True, but even so. ‘Journalist, journalist, journalist,’ the commander of that remote post had said, as he slowly thumbed the pages of Richard’s passport. The Libyan visa, the Iranian visa, the stamps from Lebanon, Pakistan, Afghanistan – each entry added to his enjoyment. As Richard observed later, it was as if he’d been hiding an irresistible board game in his closet. In us he’d found his long wished-for opponents, and only after four hours of interrogative maneuvering did he hand the dice over, inviting us to proceed.

Our move. Now, in the room of the backpackers lodge in the affluent suburbs of Harare, we’re calling around. A young journalist at one of the country’s last remaining independent newspapers says he has the number we need. And he does. The direct line to the office of Rugare Gumbo, Zanu-PF’s secretary for information and publicity. ‘Comrade Gumbo can see you on Wednesday at 2.30 p.m.,’ a female voice offers.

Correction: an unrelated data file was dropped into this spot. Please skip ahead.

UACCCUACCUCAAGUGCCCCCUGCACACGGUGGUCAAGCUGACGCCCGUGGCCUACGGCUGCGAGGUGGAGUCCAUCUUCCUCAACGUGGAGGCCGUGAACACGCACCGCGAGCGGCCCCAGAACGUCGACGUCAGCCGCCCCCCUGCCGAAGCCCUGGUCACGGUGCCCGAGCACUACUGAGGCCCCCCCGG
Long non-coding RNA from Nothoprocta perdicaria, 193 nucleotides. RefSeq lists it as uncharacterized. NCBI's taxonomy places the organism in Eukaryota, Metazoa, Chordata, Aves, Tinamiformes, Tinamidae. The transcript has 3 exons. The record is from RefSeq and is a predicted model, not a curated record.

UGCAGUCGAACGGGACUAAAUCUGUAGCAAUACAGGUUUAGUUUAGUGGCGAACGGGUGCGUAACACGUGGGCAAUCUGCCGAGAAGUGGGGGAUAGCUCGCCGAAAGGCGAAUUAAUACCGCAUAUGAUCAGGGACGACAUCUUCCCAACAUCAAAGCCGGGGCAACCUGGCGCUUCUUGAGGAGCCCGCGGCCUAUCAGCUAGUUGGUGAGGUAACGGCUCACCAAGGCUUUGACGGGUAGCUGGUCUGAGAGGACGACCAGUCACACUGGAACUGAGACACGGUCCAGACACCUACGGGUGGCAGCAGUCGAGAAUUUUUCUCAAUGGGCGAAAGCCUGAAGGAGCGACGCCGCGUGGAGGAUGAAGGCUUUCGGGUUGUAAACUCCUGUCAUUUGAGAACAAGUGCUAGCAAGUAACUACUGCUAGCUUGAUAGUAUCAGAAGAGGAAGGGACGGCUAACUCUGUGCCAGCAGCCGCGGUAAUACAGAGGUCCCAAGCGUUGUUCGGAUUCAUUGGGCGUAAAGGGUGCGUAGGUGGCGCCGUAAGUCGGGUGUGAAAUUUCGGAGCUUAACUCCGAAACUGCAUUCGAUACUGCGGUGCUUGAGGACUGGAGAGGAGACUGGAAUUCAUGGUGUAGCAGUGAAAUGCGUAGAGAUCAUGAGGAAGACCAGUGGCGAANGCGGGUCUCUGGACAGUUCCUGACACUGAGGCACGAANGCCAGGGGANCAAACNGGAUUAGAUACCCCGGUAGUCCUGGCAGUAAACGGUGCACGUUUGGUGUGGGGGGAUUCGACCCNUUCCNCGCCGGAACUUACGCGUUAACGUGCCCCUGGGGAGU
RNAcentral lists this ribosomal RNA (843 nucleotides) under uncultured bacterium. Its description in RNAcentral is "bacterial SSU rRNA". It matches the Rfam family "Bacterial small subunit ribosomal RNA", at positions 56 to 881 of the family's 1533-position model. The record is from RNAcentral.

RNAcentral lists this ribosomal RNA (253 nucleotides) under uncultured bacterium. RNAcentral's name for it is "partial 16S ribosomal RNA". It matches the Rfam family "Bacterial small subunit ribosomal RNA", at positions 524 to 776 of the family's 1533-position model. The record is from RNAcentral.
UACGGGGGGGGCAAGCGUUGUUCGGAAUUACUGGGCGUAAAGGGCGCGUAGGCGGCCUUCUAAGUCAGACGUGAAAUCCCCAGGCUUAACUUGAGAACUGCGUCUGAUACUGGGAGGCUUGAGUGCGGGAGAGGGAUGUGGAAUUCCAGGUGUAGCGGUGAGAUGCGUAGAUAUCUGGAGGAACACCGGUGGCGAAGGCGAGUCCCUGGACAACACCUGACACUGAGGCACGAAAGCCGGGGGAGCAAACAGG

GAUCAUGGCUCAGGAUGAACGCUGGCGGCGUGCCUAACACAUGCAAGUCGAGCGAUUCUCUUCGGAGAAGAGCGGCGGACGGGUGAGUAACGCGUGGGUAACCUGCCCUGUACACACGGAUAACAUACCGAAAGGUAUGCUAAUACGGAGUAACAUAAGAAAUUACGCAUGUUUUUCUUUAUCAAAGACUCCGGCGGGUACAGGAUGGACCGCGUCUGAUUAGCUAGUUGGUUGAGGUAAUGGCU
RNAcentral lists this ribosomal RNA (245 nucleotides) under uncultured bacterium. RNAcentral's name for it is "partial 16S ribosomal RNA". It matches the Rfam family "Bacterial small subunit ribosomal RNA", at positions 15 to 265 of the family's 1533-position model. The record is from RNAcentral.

‘Told you,’ says Richard.

 

On Tuesday evening, over dinner at a restaurant in the Avondale shopping centre, we are admonished by a woman who was employed once as the Reuters Harare correspondent. She has asked us who we have interviewed, and we have mentioned the names of key figures in the opposition party. She says that the Central Intelligence Organisation may be tracking our movements, that they have informants attached to most of the activists. ‘It works like this,’ she says. ‘You meet one activist, and then another, and another. Soon they are joining the dots. Then you need to leave the country. If you guys carry on as you have been, I give you one week.’